I saved that tag, and as I told my story, I pulled it out for dramatic effect. And since I have a habit of putting things down and forgetting where I put them, that is exactly what I did. A couple days went by, and it hit me that I remembered picking up the tag, but I didn’t remember putting down the tag. I went to the cubby in my desk where I kept it, but it wasn’t there. I tore my desk apart, looked under the couch and the bureau, picked the edges of the rug. It wasn’t anywhere. That tag was proof that Philip was around I needed it. But a few panicked minutes later I stopped – I cannot stay upset for things I can do nothing about. And if I’m practicing letting go, then what did it matter? What mattered was that it happened, and what it means to me. I still have my story to tell. Maybe without the dramatic flourish at the end, but it’s still my story.

Then came Thanksgiving at my brother’s. Late in the evening, when I got home,  I got out of my car and said, “Philip, I want something.” I opened the door to my building, and in the entry was a box of recycling with a glossy flier on top with a store announcing a 21%  off sale. 21% off?? Who has a sale for 21% off?? So I lost a tag but have a flier. For now.

The phenomena of the tag and the flier are not isolated incidents. Philip communicates with me every day, in startling ways. I have stories and stories. I am graced, for sure. I’ve no doubt he’s here, and he won’t let me forget. Still – he’s dead and it terrifies me. But…he’s here. Not his body, but his presence is clear. So I find myself choosing my words more carefully. I can’t say Philip’s gone because that’s not the truth. But he’s dead and I’m still trying to figure out what that means because it’s the end of our lives as we knew them, but it’s not the end of the story.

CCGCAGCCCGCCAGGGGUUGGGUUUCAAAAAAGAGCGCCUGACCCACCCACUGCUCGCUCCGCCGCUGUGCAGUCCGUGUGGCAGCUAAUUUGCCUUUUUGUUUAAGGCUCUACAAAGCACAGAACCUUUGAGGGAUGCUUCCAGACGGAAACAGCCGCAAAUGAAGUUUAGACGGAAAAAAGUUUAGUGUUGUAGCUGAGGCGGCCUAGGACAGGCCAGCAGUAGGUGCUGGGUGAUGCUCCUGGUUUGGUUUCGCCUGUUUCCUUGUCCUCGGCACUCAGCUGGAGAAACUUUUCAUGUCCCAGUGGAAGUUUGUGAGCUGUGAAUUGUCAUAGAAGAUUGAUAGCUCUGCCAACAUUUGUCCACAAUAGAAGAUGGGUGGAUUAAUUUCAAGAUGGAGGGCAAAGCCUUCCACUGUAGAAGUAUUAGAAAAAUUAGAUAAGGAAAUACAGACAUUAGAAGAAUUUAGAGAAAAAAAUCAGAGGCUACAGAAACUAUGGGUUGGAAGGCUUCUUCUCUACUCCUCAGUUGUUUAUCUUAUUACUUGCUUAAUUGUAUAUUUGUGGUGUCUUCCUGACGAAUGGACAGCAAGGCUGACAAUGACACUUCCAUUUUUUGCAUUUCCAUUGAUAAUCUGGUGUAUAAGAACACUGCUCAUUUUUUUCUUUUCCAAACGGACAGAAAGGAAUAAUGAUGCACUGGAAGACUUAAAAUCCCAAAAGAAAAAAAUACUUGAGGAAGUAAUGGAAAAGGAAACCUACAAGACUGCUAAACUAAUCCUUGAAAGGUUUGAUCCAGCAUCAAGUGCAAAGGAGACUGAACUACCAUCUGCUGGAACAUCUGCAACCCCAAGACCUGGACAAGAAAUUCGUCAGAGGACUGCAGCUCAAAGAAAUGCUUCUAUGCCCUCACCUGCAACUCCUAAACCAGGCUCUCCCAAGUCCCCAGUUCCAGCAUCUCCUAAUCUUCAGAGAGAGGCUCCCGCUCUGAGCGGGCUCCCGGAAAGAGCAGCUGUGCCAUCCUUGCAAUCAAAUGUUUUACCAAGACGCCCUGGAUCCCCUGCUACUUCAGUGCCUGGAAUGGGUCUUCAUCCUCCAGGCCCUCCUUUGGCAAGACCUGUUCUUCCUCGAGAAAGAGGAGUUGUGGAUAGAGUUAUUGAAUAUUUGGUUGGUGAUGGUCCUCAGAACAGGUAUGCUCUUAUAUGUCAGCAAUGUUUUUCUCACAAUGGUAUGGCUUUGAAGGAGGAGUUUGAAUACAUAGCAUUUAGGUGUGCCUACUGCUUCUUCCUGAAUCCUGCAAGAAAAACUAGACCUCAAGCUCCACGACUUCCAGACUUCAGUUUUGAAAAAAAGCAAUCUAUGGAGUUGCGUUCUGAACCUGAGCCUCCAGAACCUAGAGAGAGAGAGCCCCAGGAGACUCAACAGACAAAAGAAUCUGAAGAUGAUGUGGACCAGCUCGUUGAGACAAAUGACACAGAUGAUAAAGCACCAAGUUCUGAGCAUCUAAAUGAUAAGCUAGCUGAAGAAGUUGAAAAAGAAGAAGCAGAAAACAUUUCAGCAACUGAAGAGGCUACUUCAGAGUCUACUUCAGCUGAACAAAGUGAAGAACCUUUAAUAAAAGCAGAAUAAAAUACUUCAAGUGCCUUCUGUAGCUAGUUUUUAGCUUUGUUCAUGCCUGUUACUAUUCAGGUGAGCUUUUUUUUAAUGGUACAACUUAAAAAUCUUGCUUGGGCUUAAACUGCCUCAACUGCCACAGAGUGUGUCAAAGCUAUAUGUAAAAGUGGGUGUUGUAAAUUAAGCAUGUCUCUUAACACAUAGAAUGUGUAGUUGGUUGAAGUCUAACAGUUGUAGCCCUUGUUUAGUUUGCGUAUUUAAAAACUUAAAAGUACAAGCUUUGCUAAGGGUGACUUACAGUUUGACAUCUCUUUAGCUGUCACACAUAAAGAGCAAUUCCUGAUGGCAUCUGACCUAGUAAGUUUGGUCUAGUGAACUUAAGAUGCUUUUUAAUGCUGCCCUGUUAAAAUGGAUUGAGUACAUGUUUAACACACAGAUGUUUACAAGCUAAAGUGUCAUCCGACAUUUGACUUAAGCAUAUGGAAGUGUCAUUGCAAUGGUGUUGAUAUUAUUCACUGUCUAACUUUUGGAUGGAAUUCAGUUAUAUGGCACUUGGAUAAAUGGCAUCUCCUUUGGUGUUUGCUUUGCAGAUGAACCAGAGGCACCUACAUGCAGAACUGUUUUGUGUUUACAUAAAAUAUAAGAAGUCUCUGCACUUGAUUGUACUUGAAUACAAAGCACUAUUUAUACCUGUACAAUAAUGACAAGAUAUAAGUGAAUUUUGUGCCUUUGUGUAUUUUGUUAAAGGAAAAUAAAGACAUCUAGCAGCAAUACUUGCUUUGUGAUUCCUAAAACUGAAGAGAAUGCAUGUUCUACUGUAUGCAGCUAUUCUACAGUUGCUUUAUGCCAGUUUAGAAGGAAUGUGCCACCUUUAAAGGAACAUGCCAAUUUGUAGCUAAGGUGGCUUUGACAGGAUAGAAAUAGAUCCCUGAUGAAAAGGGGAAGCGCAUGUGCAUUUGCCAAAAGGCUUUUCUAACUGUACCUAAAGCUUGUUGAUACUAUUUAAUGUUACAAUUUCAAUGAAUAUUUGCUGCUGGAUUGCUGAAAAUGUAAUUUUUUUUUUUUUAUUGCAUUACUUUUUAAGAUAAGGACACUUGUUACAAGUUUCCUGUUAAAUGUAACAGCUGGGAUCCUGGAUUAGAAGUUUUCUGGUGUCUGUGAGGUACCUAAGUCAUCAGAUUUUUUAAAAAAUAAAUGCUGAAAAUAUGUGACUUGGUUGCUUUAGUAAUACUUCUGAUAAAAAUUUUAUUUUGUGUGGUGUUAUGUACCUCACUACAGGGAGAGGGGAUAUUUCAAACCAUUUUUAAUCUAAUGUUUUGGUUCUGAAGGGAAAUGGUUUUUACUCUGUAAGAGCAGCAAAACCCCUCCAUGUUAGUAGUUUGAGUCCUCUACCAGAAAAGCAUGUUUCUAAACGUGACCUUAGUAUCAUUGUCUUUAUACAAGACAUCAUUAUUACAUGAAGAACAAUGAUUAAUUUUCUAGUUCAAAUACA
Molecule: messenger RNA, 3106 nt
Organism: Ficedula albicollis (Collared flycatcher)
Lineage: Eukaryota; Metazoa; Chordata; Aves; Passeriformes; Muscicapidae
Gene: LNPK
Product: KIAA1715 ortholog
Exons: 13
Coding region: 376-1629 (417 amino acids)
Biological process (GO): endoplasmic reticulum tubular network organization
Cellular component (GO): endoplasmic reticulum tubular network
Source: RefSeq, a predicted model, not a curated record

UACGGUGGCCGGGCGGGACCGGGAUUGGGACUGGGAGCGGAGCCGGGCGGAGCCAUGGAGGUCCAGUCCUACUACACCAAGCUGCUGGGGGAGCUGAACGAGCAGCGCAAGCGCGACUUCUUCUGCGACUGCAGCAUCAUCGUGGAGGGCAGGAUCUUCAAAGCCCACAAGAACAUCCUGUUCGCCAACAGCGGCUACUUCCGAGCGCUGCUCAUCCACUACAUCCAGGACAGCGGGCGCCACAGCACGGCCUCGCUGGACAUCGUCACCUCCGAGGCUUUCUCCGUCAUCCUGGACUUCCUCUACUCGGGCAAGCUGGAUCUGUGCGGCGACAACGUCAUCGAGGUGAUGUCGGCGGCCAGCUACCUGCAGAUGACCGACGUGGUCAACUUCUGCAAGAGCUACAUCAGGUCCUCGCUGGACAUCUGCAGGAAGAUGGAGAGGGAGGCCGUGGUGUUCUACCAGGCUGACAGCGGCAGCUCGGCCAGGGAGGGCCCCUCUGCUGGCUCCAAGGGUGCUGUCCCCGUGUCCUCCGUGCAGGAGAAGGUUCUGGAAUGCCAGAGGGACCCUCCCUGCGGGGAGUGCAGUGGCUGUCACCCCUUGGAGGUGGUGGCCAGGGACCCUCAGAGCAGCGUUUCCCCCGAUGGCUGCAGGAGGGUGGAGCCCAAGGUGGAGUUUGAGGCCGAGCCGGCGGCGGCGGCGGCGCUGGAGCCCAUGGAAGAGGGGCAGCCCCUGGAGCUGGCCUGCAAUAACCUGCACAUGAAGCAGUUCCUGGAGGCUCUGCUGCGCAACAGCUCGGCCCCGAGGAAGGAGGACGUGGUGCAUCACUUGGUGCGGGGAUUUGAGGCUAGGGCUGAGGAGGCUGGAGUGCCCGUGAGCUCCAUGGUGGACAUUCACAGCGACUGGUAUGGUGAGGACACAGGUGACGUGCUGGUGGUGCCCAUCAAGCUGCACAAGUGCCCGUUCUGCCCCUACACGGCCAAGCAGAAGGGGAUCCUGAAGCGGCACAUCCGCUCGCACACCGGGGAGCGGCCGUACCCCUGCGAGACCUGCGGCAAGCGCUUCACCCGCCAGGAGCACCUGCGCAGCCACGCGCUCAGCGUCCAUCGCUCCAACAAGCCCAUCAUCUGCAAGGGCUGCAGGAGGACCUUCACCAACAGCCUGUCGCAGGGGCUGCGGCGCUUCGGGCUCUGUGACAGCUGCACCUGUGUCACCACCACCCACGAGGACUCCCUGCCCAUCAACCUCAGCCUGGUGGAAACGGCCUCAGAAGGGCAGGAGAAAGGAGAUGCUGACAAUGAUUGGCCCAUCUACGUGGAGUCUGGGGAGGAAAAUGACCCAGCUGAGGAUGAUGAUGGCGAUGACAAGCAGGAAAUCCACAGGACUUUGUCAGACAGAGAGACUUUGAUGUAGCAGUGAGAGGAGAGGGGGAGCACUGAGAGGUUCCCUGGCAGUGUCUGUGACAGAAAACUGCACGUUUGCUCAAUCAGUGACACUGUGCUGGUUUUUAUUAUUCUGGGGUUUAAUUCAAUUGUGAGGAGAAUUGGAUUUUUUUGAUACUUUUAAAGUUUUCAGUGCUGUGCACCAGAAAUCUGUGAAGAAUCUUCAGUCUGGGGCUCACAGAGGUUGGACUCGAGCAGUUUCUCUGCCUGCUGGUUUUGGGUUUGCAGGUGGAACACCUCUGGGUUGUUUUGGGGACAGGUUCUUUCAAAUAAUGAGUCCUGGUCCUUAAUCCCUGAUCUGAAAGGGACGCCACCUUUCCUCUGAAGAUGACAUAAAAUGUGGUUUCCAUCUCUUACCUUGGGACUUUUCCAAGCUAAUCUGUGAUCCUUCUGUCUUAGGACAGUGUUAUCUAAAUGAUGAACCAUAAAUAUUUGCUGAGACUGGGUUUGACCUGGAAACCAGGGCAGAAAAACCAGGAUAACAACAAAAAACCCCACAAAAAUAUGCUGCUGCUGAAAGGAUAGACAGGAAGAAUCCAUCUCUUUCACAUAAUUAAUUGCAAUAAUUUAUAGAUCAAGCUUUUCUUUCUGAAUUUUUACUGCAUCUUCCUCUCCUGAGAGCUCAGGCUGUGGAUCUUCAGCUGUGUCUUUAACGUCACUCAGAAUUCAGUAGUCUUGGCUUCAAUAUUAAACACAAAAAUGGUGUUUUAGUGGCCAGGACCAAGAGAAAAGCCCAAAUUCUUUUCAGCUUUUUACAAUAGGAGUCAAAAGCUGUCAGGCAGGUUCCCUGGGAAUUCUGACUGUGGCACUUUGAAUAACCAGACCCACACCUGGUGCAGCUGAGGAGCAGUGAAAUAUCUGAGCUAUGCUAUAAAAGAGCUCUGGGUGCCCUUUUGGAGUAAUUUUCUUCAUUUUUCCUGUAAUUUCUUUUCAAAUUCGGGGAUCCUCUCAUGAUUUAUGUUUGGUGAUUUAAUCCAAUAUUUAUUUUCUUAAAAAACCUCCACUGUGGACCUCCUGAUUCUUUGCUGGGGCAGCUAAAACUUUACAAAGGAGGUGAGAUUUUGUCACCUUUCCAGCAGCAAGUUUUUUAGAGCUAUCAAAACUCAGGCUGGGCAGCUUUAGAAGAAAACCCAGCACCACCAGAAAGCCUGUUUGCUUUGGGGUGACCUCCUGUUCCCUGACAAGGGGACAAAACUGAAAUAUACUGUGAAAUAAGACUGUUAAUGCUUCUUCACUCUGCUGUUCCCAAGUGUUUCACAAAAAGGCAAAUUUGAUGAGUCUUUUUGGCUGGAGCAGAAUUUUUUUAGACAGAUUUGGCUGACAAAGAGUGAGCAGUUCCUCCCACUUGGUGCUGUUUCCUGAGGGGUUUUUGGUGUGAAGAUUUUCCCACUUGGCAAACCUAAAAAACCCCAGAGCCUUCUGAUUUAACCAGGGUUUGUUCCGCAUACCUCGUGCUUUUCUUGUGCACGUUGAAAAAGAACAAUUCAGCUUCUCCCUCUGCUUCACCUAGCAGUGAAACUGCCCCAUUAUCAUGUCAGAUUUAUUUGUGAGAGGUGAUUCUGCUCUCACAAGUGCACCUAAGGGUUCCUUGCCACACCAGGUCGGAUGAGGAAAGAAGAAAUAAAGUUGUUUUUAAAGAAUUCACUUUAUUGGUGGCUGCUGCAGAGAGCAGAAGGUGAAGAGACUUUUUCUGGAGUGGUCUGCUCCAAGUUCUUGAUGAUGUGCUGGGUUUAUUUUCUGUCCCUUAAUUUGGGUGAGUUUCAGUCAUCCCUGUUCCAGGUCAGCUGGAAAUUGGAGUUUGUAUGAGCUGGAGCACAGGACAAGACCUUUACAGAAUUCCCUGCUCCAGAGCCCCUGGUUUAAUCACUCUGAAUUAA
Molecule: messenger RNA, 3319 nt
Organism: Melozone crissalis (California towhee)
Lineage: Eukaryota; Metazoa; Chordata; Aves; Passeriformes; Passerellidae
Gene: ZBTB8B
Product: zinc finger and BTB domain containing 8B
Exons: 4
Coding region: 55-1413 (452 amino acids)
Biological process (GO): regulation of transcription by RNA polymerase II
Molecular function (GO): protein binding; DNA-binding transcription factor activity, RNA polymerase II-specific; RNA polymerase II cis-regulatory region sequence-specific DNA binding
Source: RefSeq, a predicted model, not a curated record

So why this raging grief, and what am I terrified of? Am I afraid to die? There’s a correlation between my fear of letting go and my fear of death. The less I’m attached to what or who is part of my life, the easier it will be to die. This life needs to be let go of and I can practice doing that every day. That’s not to be confused with, “Who gives a shit? I’m going to die anyway.” Because what I’m talking about takes courage. It is a conscious, meaningful decision to stop resisting what is. And the more I stop, the more I know love. Because love cannot be grasping and clinging. Which makes me question if I’ve ever truly loved, and what I really meant when I said, “I love you” to someone. Was it them I was really loving, or was it my need for them to love me?

The one true love I know is that for my children. That’s why I knew how to let them go. Let them be. And that’s why I’m in such deep communion with Philip now. What was between us in life doesn’t change with his death.